“It’s hard to be treated so unfairly,” said Eric Szopacs, a CNA at Phoebe for 12 years. “And it’s frustrating that management has refused to provide us with more financial details or work with us on cost-saving measures we had discussed.”

Workers offered proposals that would have saved Phoebe Ministries $1 million/year, including an alternate health care plan which was more cost effective for everyone. They also offered concessions, including some wage cuts, reducing their annual paid leave by up to 12 days, reducing their holiday pay, and agreeing to pay more for dependent healthcare coverage in an to avoid the deep wage cuts that could jeopardize quality care.

Low wages are linked to a reduction in quality care, because homes are unable to retain a dedicated and skilled workforce, or keep the workers they have. High turnover disrupts continuity of care and can lead to staffing shortages.

“I care for my residents like they’re my own family, and I want the very best for them” said Ann Dee Morris, who has worked at Phoebe for over 30 years. “I work in housekeeping, but if I know one of my residents is at the end of their life, I will sit there and hold their hand just to make sure they’re not alone. They don’t deserve any less than that.”

Workers will be joined by residents’ families and community supporters for a candle light vigil on Tuesday, December 22nd beginning at 3:30pm in front of Phoebe headquarters in Allentown. The one-day strike will be held December 30th at the Allentown and Berks locations – details to come.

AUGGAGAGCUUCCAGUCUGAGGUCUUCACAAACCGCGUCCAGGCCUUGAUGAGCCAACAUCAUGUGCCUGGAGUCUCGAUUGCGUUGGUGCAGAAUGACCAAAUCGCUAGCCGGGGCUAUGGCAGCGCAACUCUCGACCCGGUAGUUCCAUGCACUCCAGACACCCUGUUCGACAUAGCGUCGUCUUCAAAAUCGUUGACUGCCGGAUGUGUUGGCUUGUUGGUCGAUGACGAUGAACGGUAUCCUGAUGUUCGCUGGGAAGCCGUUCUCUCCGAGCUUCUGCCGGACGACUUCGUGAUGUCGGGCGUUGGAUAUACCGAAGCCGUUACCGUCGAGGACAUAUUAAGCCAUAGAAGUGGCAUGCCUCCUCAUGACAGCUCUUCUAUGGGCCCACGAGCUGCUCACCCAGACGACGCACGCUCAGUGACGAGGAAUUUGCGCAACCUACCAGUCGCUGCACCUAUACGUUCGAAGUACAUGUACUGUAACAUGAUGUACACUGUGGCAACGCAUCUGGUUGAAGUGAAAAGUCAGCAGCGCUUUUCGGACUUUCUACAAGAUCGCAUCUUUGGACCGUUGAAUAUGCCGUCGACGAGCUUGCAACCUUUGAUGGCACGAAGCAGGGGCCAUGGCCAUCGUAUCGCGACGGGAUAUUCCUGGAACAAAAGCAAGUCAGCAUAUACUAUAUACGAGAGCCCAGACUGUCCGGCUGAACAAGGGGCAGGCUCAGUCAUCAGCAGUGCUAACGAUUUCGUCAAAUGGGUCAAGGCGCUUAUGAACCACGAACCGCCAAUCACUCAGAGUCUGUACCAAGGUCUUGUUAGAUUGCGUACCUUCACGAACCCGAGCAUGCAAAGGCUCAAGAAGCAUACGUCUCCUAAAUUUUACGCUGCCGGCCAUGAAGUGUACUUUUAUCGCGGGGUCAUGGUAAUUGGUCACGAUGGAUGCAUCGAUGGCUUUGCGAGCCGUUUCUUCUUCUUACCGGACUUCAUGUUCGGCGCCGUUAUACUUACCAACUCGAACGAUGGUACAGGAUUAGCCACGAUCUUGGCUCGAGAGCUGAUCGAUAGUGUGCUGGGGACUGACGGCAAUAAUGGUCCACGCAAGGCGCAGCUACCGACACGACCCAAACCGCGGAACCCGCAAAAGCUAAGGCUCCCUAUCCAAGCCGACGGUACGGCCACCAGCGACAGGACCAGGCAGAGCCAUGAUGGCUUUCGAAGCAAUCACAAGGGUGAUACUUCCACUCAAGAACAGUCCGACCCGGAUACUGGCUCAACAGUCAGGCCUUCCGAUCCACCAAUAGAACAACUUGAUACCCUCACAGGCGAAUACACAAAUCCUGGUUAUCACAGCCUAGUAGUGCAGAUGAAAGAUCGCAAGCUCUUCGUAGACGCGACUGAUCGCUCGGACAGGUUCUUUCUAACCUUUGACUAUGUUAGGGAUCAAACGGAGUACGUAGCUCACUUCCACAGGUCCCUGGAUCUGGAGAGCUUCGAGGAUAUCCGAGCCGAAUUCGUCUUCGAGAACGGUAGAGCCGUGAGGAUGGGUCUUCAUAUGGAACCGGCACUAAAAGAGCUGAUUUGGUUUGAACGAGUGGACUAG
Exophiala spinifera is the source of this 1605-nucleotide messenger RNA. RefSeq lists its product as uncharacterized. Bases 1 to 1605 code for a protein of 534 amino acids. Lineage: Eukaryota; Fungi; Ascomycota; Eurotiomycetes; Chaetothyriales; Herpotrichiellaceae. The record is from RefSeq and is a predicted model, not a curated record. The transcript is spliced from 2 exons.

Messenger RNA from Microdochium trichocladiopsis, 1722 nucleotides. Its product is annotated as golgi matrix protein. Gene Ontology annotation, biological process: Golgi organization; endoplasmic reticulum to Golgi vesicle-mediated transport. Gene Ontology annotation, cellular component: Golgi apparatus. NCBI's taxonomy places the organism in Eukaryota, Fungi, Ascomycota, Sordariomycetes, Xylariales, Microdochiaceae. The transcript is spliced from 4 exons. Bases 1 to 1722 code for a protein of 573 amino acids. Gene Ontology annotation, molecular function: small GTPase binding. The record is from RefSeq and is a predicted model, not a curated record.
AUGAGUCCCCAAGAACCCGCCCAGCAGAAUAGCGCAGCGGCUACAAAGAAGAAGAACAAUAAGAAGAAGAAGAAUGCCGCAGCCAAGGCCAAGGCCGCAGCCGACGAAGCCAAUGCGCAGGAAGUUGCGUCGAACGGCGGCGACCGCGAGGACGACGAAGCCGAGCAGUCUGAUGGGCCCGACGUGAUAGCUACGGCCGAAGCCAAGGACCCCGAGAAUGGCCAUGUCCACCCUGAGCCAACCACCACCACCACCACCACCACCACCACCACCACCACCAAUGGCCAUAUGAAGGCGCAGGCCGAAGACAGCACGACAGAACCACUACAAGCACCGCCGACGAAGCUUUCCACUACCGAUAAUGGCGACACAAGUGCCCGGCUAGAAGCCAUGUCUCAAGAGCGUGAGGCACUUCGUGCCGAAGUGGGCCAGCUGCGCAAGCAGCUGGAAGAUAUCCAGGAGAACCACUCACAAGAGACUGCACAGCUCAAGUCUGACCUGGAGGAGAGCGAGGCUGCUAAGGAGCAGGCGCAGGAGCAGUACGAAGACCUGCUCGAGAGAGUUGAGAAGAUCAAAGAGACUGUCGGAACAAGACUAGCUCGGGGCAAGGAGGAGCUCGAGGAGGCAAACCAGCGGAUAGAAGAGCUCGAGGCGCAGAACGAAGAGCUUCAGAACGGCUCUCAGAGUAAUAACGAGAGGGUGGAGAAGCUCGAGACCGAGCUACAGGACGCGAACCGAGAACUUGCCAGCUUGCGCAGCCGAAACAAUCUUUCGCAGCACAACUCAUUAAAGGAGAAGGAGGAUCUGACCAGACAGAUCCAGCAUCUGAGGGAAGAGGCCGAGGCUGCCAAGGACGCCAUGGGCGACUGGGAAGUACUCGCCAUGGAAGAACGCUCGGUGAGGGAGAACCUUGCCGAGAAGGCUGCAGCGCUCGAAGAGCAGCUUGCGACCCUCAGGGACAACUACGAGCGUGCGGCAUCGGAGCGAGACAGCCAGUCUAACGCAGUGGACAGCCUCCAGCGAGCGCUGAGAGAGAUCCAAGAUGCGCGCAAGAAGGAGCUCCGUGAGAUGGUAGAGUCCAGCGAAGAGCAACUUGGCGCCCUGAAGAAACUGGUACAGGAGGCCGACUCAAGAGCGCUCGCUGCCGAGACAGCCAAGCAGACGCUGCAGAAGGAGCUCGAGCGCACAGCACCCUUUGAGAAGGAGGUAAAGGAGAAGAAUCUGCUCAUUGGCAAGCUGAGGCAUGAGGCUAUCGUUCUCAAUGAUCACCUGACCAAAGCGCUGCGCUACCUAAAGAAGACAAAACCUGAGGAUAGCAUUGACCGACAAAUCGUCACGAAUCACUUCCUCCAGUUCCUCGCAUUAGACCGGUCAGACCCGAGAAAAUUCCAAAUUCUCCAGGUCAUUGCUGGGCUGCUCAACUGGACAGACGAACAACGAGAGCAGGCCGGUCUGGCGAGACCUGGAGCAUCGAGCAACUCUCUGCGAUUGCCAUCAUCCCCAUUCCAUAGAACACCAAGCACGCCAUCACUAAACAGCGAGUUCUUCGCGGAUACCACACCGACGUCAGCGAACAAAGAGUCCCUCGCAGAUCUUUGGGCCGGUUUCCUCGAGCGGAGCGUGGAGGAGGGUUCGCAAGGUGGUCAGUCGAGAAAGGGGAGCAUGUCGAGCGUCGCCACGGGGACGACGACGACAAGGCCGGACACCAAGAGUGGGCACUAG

“A Community Of Faith, Called By  God”  . . . at $340/hr


 To illustrate management’s proposed $17/hr salary cap for Phoebe employees in perspective, I’m posting the wages, per hour, of Phoebe’s top wage earners as filed with the IRS in 2014:

Scott R. Stevenson          CEO          $340/hr     ($707, 029 annually) 

Lisa Fichera                     COO          $173/hr         

Sandra Massetti              EVP          $124/hr

Revena Rossi                   EVP          $103/hr

Cynthia Richart              Dir Pharm    $92/hr




17 Nov
November 17, 2015

A report from the Slow Lane

I’ve been sick these past few days. Coughing, sleepless, and sore, my attitude has gone into the dumpster. I don’t know about you, but when I’m sick, I begin thinking more about death. During the worst of my illness, when I am desperate, tired and alone, I begin fantasizing that death is near-by.  I don’t know if it is wishful thinking on my part; I am ready for my sickness suffering to end, or, if it is some kind of dread that dying will be just as lonely, energy-less, and debilitating. In any case, I’m not my best when I’ve been ill for a while. All of this, left me thinking this week about growing old, and trying to come to terms with living/ dying.

One of the things that came to mind was about locating myself in terms of being an elder-in-training. I know I’m intent upon moving along an elder path, but I’m wondering if there is a way of recognizing movement forward. While I was sick I thought about this some more, and decided there was. I came to the conclusion that my relationship with the ‘stuff’ of my life was a good indicator. If I was letting go of stuff I was on course, and if my stuff was mostly in charge of me, I wasn’t.